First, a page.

The Nature Pill: November 2022 50/50 Match Brief with Guest Judge Shane Turgeon

Black and white selfie of Shane Turgeon with his large dog named Kwinn
Rare Earth Outreach is VERY excited to welcome Shane Turgeon, the Guest Judge for The Shooting Range: A Photography Challenge's November 2022 50/50 Event. You can click the following links to view/download the Match Brief, find FAQs about how the Challenge works, and enter your image for a shot at half the cash collected from entry fees, feedback from Shane, and publication in the Foundation's first ever Fundraising Calendar being released in November 2023, but right now we want to focus on Shane, whose headshot here features him with beloved fur companion Kwinn.

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Shane Turgeon is (among many other things and in no particular order) a published author, a tattoo enthusiast, an event creator, an accredited appraiser of collector's items, an accomplished photographer, a jiujitsu instructor, sXe and vegetarian, and a passionate advocate for using photography to improve mental health. We hope you enjoy viewing some of his favourite images and getting to know him better below, but before you read on please take a moment to bookmark his website and give him a follow on his socials! 

Website | Instagram - Nature | Instagram - Wildlife | Vero

PS Don't forget to add Rare Earth Outreach and The Shooting Range: A Photography Challenge on Instagram or join the Facebook Group to stay in the loop as the November 2022 50/50 Challenge unfolds...


What is the best advice you have ever gotten (or given)?

Always have a good lawyer and a good accountant.


What was the last piece of equipment you bought or class you attended?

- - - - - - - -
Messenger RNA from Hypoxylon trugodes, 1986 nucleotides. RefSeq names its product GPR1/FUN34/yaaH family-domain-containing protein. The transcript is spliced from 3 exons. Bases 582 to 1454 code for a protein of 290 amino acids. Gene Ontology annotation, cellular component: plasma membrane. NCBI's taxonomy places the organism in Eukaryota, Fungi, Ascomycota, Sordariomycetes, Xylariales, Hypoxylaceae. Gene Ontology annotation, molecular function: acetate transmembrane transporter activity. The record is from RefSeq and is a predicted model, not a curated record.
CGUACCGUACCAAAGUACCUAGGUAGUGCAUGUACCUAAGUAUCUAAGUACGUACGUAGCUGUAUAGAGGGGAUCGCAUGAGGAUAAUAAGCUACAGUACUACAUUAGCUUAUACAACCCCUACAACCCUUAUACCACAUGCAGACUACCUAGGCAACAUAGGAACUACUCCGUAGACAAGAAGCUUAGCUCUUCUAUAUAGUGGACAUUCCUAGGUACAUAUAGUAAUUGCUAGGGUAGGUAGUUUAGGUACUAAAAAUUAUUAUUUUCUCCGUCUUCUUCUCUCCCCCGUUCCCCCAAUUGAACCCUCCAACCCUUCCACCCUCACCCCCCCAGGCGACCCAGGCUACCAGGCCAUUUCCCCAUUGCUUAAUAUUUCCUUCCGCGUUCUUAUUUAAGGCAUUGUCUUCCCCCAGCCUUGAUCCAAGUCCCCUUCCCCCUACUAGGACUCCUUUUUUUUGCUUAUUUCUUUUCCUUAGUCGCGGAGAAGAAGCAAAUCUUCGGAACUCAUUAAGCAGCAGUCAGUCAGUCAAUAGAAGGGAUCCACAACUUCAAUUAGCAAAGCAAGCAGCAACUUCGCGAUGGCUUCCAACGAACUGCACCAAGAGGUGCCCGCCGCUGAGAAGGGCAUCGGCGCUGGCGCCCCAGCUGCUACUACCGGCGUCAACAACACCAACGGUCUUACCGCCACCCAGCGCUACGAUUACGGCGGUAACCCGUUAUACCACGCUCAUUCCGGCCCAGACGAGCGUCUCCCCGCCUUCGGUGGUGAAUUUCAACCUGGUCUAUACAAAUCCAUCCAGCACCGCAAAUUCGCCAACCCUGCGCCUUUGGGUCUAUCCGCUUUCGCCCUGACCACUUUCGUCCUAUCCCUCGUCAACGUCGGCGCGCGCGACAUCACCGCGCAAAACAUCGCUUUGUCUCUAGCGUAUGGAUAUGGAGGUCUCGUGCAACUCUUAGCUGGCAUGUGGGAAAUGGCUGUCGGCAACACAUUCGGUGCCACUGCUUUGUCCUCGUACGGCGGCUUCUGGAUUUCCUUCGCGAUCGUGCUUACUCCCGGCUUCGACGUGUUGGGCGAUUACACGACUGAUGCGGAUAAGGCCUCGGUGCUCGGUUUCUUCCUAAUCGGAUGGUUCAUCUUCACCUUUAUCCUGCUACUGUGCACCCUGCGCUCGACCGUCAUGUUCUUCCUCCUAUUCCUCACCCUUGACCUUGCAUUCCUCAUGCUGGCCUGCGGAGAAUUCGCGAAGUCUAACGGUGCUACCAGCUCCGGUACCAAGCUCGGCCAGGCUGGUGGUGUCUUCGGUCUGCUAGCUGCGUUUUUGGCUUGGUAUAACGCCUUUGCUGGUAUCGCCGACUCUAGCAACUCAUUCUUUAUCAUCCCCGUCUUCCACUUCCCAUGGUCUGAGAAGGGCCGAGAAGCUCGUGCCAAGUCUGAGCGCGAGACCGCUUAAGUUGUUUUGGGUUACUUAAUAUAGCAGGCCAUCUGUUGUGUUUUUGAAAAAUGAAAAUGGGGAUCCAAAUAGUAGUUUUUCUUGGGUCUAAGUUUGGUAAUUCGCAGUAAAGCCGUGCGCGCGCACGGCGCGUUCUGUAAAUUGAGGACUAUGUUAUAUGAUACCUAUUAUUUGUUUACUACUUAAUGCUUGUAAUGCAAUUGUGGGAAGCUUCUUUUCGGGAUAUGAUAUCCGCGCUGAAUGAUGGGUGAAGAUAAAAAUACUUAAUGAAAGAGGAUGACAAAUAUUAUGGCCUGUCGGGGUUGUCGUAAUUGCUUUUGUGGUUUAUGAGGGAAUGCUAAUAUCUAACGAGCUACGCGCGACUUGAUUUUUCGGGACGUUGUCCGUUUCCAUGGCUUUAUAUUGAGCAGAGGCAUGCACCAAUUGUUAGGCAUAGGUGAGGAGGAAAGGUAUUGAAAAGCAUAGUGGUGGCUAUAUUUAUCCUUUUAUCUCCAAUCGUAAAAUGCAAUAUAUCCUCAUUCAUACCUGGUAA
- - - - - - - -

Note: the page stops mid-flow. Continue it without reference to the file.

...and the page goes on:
Last piece of kit I got was the Kase Armour System magnetic filter kit.

Slow shutter image of a large high waterfall at nighttime with stars and the aurora borealis overhead

What is your most or how do you deal with your most challenging professional struggle?

I think my biggest problem is trying to do too much and do it all alone. I own four businesses, none of which are a full time job in and of themselves but added up certainly make for very full days. I don't trust anyone else enough to help me but that is slowly changing as I surround myself with good people to help ease that burden.

Slow-shutter image of smooth water flowing over short waterfall formation in a green forested area

If there was one thing you could change about the industry or an insider secret you think shouldn't be a secret, what would that be?

I'd probably get rid of "influencers" who care more about their ego and social media presence than they do about nature. The need to tie our self-worth to the image we project to others is a sad reflection on the state of our species.

Nighttime image of person on the distant horizon of sandy dunes in small wave pattern under a night sky filled with stars and the milky way

What do you do to remain grounded, connected, balanced, and/or centred when life feels overwhelming?

Head out into nature with my 13 year old adventure pup, Kwinn. Even if that just means a little walk in our local park. With or without a camera. Life with an old dog forces you to slow down and just enjoy the ride.

Image of reflection on smooth water of large cervid submerged in water with only its head, eyes, mouth, and antlers above water

What is something you haven't done or tried yet, either as a personal or professional goal, that you hope to achieve in the next year?

I'd love to get into insect macro photography this coming year! And eventually get into deep space photography.

Nightime image of sandy desert rock formations under a canopy of stars

Who do you admire (professionally or personally), and why?
 
Oh boy! There are so many! Here are a few: 

Mark Jinks: Mark has been of the most influential people on my photography. He's one of the first people I met after getting my gear and his kindness, openness and humility as well as his willingness to pass on his knowledge and go on adventures was instrumental in my growth in my first couple of years. His work not only showcases the incredible beauty of our world but also the incredible beauty of who he is as a person.